With spring upon us and the sunshine finally peeking through winter’s sky, our minds are turning to planting and gardening. Yesterday, we had an enjoyable #FrugalCrew chat with blogger and gardening enthusiast Nadia. Nadia is the sole writer at Love Live Garden, where she shares “Garden Inspired Living.” She not only motivated to start planting, but shared some valuable frugal gardening tips. Here is a rundown of our conversation with some great information.
Nadia makes a point of gardening for all aspects in her life, not just for food or decor. She even uses what she grows for beauty treatments. I absolutely adore natural beauty treatments, so this was so great to see. She tweeted “Your garden is a place that can meet so many needs: like recipes, decor, therapy, medicine, and beauty.” And it’s a great frugal alternative to everything she listed. She also listed gardening as cheap therapy because of it’s peacefulness and tranquility. I can get behind that as well!
I asked Nadia what are some of her favorite plants to grow that were easy. She listed succulents as one of her favorites, since they don’t require a heavy hand to watch after you plant them. She also has a great post of 6 Easy To Grow Plants for a beginning gardener. When we talked about frugal gardening tips in terms of cheap fertilizer, we really got down and dirty. Nadia suggested that we use well rotted manure, chicken poop and worm poop as a frugal alternative to high priced fertilizer. I don’t know if I’ll go that route. Ha! She also said that epsom salts were a great fertilizer alternative as well.
I did some research and found out that coffee grounds and egg shells work wonders as well. Just put them in a large tupperware, toss around once a day for a few weeks, and viola! Cheap and nutritious fertilizer.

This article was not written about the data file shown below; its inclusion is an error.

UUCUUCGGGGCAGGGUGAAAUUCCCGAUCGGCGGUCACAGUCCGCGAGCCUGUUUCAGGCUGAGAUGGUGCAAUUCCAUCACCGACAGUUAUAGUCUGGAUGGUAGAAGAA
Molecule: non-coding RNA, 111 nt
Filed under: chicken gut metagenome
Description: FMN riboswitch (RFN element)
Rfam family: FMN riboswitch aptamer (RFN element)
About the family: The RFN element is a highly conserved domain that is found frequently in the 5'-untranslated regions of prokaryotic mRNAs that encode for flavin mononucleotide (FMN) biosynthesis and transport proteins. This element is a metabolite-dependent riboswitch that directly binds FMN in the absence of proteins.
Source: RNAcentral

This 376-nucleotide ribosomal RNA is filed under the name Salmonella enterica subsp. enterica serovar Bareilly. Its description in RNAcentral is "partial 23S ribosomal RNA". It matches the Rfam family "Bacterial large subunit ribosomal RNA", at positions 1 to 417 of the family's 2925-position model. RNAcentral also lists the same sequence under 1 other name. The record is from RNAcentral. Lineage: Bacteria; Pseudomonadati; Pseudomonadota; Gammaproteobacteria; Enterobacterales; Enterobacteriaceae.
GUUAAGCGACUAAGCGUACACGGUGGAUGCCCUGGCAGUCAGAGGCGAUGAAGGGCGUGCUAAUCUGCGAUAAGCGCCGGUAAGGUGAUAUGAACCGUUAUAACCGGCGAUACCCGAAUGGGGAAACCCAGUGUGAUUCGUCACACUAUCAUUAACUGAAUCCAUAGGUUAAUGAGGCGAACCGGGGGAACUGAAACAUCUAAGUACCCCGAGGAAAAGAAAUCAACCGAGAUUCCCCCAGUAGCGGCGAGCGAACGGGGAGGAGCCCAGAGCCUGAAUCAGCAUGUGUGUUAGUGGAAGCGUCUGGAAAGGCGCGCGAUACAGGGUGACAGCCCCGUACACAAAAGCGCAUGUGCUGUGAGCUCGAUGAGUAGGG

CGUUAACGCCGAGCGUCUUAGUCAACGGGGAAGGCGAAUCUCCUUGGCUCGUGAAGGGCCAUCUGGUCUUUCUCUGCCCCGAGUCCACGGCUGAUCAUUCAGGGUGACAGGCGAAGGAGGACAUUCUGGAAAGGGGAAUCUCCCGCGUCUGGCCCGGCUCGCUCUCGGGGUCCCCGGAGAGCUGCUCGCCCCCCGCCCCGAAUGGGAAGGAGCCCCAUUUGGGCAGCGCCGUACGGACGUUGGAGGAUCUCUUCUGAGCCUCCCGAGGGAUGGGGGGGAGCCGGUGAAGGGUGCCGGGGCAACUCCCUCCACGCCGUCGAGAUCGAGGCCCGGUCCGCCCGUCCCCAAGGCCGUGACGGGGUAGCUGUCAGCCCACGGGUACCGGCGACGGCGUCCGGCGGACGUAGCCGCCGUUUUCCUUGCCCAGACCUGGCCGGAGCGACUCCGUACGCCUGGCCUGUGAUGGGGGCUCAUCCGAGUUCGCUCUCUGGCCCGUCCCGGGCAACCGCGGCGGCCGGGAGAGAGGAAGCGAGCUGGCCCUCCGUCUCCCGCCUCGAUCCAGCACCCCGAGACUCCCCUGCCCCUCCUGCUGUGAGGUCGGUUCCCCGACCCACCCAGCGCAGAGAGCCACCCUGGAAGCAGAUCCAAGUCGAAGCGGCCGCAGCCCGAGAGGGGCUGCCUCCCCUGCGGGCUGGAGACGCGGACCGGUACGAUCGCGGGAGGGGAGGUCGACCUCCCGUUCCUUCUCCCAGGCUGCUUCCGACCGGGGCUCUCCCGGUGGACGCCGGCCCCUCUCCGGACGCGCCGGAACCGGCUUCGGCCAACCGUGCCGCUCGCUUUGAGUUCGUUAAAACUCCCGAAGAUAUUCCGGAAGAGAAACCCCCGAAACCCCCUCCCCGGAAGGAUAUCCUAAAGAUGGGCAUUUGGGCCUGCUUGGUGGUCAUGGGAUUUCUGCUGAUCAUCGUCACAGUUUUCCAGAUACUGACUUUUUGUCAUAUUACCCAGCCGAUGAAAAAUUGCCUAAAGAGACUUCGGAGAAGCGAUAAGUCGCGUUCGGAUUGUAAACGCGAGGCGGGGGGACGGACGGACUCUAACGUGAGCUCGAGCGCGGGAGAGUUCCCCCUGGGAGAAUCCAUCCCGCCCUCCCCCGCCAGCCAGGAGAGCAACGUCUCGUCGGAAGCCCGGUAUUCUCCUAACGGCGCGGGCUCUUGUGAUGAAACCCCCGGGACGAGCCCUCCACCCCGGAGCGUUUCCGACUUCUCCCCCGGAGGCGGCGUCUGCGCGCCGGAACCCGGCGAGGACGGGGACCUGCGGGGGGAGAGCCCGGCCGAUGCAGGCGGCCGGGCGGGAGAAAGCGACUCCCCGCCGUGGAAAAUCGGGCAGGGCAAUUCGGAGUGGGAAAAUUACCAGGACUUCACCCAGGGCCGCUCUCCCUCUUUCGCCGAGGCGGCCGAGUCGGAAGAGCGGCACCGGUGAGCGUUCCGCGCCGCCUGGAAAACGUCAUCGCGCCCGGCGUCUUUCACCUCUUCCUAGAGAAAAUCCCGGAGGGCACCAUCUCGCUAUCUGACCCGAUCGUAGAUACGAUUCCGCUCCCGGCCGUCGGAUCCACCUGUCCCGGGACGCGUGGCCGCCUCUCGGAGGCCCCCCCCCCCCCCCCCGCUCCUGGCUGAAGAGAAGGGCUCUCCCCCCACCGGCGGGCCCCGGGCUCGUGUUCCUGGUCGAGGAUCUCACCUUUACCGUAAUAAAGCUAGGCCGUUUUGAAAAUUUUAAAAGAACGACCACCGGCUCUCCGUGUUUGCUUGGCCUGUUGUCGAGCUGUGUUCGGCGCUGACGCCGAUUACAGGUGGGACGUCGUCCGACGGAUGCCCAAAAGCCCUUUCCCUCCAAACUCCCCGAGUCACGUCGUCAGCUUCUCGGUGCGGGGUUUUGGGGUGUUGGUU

When planting your frugal garden, Nadia says “pick plants that work double duty. Herbs, for example, are beautiful and functional. I want my garden to work in a variety of ways.” Isn’t this the usual mindset of someone in the frugal crew? We love to re-purpose for pull double-duty for anything that we encounter. It’s refreshing to know that this works in gardening as well.
When it comes to having a “black thumb” instead of a green one, Nadia says to read the labels. Following the directions that are given to us can easily yield some great results in your garden. Need more tips? Google them! Use expert bloggers like Nadia to help you get the best out of your plants and use their social media outlets to contact them.
Want to start small? Try bamboo. Nadia says that bamboo is one of easiest plants to grow, even inside your home. Other great plants to grow inside are mushrooms, scallions, bean sprouts, basil and Jade.
What are you planning to put in your garden this year? Do you have any frugal gardening tips you can share with us?